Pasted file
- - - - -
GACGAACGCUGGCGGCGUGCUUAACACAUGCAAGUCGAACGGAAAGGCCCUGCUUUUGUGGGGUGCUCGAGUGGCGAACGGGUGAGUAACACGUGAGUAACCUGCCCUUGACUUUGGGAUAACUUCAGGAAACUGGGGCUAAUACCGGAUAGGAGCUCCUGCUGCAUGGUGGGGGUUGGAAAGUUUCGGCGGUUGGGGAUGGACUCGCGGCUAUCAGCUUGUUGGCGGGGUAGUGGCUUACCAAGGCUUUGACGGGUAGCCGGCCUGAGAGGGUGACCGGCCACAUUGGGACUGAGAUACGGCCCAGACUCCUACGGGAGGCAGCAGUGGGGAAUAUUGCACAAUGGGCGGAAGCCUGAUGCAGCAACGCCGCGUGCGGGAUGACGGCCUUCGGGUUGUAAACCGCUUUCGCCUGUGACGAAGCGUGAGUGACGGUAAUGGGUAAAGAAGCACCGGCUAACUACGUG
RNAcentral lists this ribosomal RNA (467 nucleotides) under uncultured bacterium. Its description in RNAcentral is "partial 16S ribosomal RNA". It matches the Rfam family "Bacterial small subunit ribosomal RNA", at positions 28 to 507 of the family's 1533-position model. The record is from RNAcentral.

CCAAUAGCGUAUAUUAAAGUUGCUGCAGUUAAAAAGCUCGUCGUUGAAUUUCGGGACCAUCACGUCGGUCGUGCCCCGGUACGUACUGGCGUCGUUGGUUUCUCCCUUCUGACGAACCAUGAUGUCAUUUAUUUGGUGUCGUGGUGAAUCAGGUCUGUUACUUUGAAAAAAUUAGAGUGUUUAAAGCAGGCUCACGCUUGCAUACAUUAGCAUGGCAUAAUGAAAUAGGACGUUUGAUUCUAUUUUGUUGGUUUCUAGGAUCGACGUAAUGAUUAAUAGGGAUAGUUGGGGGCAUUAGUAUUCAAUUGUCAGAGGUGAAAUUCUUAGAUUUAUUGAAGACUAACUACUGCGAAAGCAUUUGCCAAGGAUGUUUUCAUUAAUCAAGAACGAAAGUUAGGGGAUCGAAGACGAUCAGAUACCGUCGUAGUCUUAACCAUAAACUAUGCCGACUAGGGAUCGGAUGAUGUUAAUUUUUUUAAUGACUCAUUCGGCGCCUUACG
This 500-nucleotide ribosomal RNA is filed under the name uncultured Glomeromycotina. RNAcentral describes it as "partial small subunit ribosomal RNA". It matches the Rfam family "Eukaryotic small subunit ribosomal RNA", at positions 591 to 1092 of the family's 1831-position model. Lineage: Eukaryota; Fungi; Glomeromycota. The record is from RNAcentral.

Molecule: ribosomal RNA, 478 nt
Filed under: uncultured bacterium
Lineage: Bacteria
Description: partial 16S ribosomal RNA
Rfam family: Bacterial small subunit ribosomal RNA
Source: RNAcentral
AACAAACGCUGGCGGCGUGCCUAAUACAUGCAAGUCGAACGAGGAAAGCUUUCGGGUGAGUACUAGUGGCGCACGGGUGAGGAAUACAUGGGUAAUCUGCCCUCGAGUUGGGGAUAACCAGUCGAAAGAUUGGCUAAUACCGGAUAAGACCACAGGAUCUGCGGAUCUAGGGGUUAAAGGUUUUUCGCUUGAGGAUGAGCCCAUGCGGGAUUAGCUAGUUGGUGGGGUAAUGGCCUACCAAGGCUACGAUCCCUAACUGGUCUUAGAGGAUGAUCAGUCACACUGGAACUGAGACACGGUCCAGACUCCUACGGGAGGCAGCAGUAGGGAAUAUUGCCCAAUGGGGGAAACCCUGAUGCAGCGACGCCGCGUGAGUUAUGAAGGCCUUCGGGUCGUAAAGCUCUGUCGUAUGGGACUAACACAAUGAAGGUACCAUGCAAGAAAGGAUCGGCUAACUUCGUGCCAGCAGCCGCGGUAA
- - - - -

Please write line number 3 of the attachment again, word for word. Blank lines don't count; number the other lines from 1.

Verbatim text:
CCAAUAGCGUAUAUUAAAGUUGCUGCAGUUAAAAAGCUCGUCGUUGAAUUUCGGGACCAUCACGUCGGUCGUGCCCCGGUACGUACUGGCGUCGUUGGUUUCUCCCUUCUGACGAACCAUGAUGUCAUUUAUUUGGUGUCGUGGUGAAUCAGGUCUGUUACUUUGAAAAAAUUAGAGUGUUUAAAGCAGGCUCACGCUUGCAUACAUUAGCAUGGCAUAAUGAAAUAGGACGUUUGAUUCUAUUUUGUUGGUUUCUAGGAUCGACGUAAUGAUUAAUAGGGAUAGUUGGGGGCAUUAGUAUUCAAUUGUCAGAGGUGAAAUUCUUAGAUUUAUUGAAGACUAACUACUGCGAAAGCAUUUGCCAAGGAUGUUUUCAUUAAUCAAGAACGAAAGUUAGGGGAUCGAAGACGAUCAGAUACCGUCGUAGUCUUAACCAUAAACUAUGCCGACUAGGGAUCGGAUGAUGUUAAUUUUUUUAAUGACUCAUUCGGCGCCUUACG